Wednesday, September 13, 2006

Audition Chronicles- The Bad Accompanist

Since I have recently separated my professional website from my personal ones, I think it is time to talk about the things I don’t necessarily want everyone to see- strange, bad, funny or annoying experiences I have while working towards my goal of being a full time performer.

Audition Chronicles- The Bad Accompanist

I went out for an audition today, and was feeling pretty good on my way there. After all, I had a fantastic voice lesson yesterday with my new voice coach, and I felt like a million bucks. I walk into the audition and find myself waiting in a stairwell with several other hopefuls. I fill out my conflict sheet, which lets the producers know what my conflicts are for the dates they have rehearsals and performances. I change out of my flip flops and into my cute (but uncomfortable) ballet style dress shoes, and I wait for my turn to sing.

When they call my name, I go into the room where there are 5-6 people, and the first thing they do is ask me how tall I am (5’5“) and tell me to take off my shoes. Instead of a piano, the accompanist sits behind a small electric keyboard. I give her my music and ask her to follow me through the first section (noted as “freely” in the music, which means the accompanist follows the singer’s tempo) and then I set a faster tempo for the more brisk 2nd section. I introduce myself to the group, tell them what I am going to sing (“Not for the Life of Me” from Thoroughly Modern Millie) and nod to the accompanist that I am ready. For those of you who don’t know the song, it starts out hesitant and contemplative, and I use the slower pace early on to really set up the character and play the action of the song. Then the character becomes resolute, the pace picks up, and the song becomes fun, fast and furious. It is a well known song in musical theatre circles.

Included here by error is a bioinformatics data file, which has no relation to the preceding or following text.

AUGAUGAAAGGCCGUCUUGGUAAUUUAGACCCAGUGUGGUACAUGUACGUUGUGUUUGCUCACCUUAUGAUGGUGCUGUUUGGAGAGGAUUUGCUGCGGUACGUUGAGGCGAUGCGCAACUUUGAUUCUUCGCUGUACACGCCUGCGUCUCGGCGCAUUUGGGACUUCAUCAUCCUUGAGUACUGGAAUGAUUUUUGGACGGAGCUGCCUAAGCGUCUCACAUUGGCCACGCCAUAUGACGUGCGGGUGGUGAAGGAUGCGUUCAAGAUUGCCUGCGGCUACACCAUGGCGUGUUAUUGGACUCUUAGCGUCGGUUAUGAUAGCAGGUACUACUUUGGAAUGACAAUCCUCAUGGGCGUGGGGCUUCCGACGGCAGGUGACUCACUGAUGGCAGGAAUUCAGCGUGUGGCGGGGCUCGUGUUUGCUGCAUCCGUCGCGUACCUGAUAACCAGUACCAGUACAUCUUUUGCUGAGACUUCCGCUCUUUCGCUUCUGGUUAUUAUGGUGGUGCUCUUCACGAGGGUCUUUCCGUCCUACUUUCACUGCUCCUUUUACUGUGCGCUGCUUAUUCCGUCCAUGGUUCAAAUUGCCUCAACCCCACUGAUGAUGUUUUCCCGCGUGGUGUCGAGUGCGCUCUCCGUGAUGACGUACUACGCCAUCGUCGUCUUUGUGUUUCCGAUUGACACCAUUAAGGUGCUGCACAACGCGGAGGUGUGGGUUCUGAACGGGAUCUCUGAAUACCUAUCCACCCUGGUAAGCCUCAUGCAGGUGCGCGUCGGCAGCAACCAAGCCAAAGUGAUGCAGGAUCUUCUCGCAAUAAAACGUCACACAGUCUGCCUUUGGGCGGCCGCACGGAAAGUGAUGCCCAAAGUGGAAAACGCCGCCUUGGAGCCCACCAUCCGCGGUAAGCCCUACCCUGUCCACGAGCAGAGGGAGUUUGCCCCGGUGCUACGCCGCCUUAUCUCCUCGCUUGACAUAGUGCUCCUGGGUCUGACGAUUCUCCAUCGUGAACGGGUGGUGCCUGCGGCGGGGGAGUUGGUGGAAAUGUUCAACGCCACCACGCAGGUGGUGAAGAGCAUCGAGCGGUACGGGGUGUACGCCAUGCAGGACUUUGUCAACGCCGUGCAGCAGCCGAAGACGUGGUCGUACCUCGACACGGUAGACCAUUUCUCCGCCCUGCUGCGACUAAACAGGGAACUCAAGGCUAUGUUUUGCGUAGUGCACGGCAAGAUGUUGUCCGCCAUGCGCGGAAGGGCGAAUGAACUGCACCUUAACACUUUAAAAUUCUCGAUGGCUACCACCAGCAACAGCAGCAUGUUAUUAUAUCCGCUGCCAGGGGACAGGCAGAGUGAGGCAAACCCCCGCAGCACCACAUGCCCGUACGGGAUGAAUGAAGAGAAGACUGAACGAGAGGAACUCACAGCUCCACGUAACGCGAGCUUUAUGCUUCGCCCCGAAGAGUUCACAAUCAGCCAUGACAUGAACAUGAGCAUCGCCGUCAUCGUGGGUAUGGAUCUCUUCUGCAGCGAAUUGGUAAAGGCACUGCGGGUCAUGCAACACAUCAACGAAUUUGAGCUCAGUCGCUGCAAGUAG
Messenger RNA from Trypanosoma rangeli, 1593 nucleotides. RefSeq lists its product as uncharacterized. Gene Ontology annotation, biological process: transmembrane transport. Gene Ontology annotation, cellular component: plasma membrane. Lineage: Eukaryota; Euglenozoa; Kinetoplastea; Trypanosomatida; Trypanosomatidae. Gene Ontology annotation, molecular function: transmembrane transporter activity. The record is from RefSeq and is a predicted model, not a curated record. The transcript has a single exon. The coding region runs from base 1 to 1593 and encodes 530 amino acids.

The accompanist starts, and from the beginning I know I am in trouble. Instead of following me “freely” and playing the accompaniment, she plays the melody line and plays decisively. And SLOWLY. It’s kind of like if someone tried to play along with your speech, It’s very difficult to match notes with the words at the exact time they are spoken- trying to do so is kind of like a train wreck. This was what the audition was like. At first, I try to slow down so the accompanist can catch up, but then I realize that she is plunking out notes and there is no way I can match what she is doing. So, I decide to just push forward and hope that the producers know what is happening. The accompanist comes in and out of playing the music, and never fully catches on. Finally, the song ends and the directors just sort of stare at me before saying, “Thank you.” (Read: “Not a chance in hell.” ) I said “You’re welcome.” Read: “Your accompanist was awful, didn’t you know?“

Luckily, it only took up 15 minutes of my day, and I got to go home, brew some coffee, and snuggle up with my dog. No harm, no foul. And only 4 more hours before my next audition- this time, it is for a NYU grad film. No accompanist- it should be a breeze. =)

1 comment:

  1. Well, at least you can rest easy knowing you won't have to work in the actual show with that accompanist!! How'd the NYU audition go? It's making me itch to audition!


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